FTR: Capacity to remain tight

by Truck News

BLOOMINGTON, Ind. – The North American economy is strong, but capacity is to remain tight for the remainder of the year, according to experts who spoke during FTR’s State of Freight webinar last week.

Avery Vise, v.p. of trucking research, said overall the economy is strong, and most key indicators in transportation are positive. However, home sales are tapering off because of home prices, which could stimulate housing starts, he said.

As far as the market demand index, during the most recent week – week 23 – there was a record number of loads posted.

“This was not unexpected,” explained Vise, who said International Roadcheck falls on this week, which means many truck drivers take time off, and it is also the start of the holiday season. “So we always see a blip in the spot market then…we may see in the next week or two that level coming down from this record high.”

And while the spot market it hot, Vise said this is normally how things go this time of year.

“We sound like a broken record,” Vise said. “We’re seeing full utilization, and project continuing to for the remainder of the year with only possible modest softening toward the end of the year, but not because of lower demand but because of increased infrastructural capacity.”

Given the capacity situation, Vise said, yes, rates are increasing.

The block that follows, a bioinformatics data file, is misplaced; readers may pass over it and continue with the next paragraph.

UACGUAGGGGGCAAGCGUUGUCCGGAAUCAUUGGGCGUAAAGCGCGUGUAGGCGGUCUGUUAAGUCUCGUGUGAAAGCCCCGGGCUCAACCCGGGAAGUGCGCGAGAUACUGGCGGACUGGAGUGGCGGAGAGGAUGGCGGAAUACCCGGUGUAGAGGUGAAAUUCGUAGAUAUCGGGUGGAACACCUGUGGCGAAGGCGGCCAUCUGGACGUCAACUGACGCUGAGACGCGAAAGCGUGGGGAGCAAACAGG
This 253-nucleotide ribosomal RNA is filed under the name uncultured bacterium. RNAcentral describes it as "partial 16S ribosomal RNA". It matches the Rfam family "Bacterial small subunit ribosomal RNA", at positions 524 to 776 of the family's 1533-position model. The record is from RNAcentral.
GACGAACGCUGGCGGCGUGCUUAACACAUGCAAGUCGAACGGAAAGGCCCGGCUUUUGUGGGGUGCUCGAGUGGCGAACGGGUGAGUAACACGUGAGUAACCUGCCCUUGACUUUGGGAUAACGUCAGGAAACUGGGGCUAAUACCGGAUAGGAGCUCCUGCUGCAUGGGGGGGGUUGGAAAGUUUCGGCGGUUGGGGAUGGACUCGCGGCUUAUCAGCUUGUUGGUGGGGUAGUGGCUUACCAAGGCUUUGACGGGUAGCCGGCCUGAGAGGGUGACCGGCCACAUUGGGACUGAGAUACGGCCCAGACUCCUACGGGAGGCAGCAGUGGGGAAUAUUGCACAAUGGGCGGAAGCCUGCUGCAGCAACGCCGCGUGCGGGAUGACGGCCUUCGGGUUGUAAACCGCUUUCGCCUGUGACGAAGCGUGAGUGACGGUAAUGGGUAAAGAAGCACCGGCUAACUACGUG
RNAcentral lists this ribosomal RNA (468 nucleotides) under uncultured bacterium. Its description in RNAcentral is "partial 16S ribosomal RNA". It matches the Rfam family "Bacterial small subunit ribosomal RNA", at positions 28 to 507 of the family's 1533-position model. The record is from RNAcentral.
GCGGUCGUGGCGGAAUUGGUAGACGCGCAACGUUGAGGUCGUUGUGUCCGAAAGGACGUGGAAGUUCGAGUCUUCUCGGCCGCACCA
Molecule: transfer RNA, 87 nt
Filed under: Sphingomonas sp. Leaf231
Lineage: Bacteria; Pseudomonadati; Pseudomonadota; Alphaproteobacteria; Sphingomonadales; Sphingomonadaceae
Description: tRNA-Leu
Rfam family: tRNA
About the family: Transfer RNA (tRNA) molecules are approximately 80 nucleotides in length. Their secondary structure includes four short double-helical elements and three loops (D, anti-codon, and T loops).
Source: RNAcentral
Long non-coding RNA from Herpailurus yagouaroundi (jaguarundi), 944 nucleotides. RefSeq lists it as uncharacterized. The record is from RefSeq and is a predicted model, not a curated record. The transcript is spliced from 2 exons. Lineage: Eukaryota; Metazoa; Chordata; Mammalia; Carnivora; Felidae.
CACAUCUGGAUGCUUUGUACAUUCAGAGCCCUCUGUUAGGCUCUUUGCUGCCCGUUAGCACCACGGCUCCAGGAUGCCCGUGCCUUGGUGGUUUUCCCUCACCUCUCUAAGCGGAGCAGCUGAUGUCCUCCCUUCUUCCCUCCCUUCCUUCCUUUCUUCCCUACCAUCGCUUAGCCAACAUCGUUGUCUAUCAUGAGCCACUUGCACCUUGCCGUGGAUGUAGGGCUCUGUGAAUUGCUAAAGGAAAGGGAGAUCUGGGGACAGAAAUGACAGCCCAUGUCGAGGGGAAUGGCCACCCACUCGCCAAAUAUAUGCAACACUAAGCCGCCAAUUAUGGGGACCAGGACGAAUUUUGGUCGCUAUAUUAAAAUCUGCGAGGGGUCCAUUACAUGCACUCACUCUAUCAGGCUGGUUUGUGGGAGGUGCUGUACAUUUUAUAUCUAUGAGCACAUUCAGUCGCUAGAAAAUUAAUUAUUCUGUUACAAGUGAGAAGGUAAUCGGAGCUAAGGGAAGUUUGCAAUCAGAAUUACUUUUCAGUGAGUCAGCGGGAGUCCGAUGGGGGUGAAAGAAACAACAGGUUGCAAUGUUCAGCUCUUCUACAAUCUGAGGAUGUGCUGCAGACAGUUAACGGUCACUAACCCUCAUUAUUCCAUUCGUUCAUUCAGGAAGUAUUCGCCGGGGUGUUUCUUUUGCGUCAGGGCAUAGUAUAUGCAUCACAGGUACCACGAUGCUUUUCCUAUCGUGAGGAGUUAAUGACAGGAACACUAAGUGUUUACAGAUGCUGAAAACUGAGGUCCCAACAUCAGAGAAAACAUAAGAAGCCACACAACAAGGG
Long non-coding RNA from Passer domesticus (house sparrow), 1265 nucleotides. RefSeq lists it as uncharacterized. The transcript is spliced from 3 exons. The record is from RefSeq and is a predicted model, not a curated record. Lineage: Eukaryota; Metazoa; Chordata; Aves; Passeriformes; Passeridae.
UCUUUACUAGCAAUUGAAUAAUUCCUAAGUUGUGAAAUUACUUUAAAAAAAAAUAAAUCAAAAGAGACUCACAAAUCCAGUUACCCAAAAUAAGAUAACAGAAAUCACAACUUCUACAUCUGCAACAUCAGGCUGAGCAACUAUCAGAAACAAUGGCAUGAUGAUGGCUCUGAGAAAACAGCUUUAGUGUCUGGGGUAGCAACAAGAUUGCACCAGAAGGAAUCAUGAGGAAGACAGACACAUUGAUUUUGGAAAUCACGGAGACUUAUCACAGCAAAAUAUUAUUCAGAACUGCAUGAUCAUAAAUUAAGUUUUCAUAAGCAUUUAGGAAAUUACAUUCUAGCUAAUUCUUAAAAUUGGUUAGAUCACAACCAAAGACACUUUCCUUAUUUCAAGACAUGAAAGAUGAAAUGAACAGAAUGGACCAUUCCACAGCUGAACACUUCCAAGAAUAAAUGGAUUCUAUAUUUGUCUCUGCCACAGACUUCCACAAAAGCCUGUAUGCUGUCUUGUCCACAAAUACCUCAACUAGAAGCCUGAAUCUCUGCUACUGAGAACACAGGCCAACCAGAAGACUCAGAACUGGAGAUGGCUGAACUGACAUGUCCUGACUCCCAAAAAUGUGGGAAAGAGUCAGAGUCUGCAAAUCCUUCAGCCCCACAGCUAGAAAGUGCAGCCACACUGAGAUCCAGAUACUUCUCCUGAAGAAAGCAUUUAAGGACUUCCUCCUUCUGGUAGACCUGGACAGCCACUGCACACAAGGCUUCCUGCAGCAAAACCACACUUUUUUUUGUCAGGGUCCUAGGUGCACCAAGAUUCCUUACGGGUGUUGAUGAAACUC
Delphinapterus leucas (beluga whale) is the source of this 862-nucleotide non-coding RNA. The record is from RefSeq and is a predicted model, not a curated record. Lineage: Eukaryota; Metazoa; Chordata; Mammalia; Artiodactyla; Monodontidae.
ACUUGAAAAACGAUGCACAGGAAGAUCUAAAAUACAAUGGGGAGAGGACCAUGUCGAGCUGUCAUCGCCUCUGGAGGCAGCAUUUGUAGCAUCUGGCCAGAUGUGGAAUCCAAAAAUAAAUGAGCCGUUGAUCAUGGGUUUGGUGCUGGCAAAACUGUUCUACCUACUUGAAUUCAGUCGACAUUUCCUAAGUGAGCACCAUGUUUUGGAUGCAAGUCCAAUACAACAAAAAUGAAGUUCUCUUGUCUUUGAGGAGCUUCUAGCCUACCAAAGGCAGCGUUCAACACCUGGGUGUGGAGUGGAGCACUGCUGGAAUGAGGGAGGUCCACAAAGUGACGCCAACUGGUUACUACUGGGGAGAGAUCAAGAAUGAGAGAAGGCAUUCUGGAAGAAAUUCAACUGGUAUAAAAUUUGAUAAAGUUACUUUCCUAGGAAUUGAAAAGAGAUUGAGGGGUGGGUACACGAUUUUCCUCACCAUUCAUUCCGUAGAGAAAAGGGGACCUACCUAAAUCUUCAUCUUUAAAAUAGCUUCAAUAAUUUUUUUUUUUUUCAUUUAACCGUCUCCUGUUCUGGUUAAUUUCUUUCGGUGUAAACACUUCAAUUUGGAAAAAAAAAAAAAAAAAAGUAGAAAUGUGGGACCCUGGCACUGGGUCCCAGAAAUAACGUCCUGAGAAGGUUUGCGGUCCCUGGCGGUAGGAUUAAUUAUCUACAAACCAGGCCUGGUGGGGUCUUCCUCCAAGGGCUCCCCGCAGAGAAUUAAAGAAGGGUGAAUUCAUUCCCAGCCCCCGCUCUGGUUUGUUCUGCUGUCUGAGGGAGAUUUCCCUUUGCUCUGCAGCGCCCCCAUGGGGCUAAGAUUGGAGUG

Some more good news, according to Vise, is that aggressive recruiting efforts are paying off.

“Over the past year the for-hire sector has added 24,000 payroll jobs,” Vise said.

Vise added there was a slight downturn in April, though FTR suspects this is because carriers are drivers called it quits after the soft ELD enforcement was over.

“Given the demand in the market, you might think that trucking should be adding more jobs, but let’s consider what trucking is up against,” he said. “Two of the biggest competitors are construction and manufacturing. Between them, those sectors in the last year have added 37% of the entire payroll employment of the trucking industry. These are two of the most important sectors for freight so it’s a bit of a double whammy in the driver shortage arena.”

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  • The problem is low pay for the hours worked compared to other jobs. The cost of buying a house in the G.T.A. is beyond what a truck driver can afford to pay. A construction worker or fireman or teachers make more money. Most truck drivers are doing other jobs that either pay more money .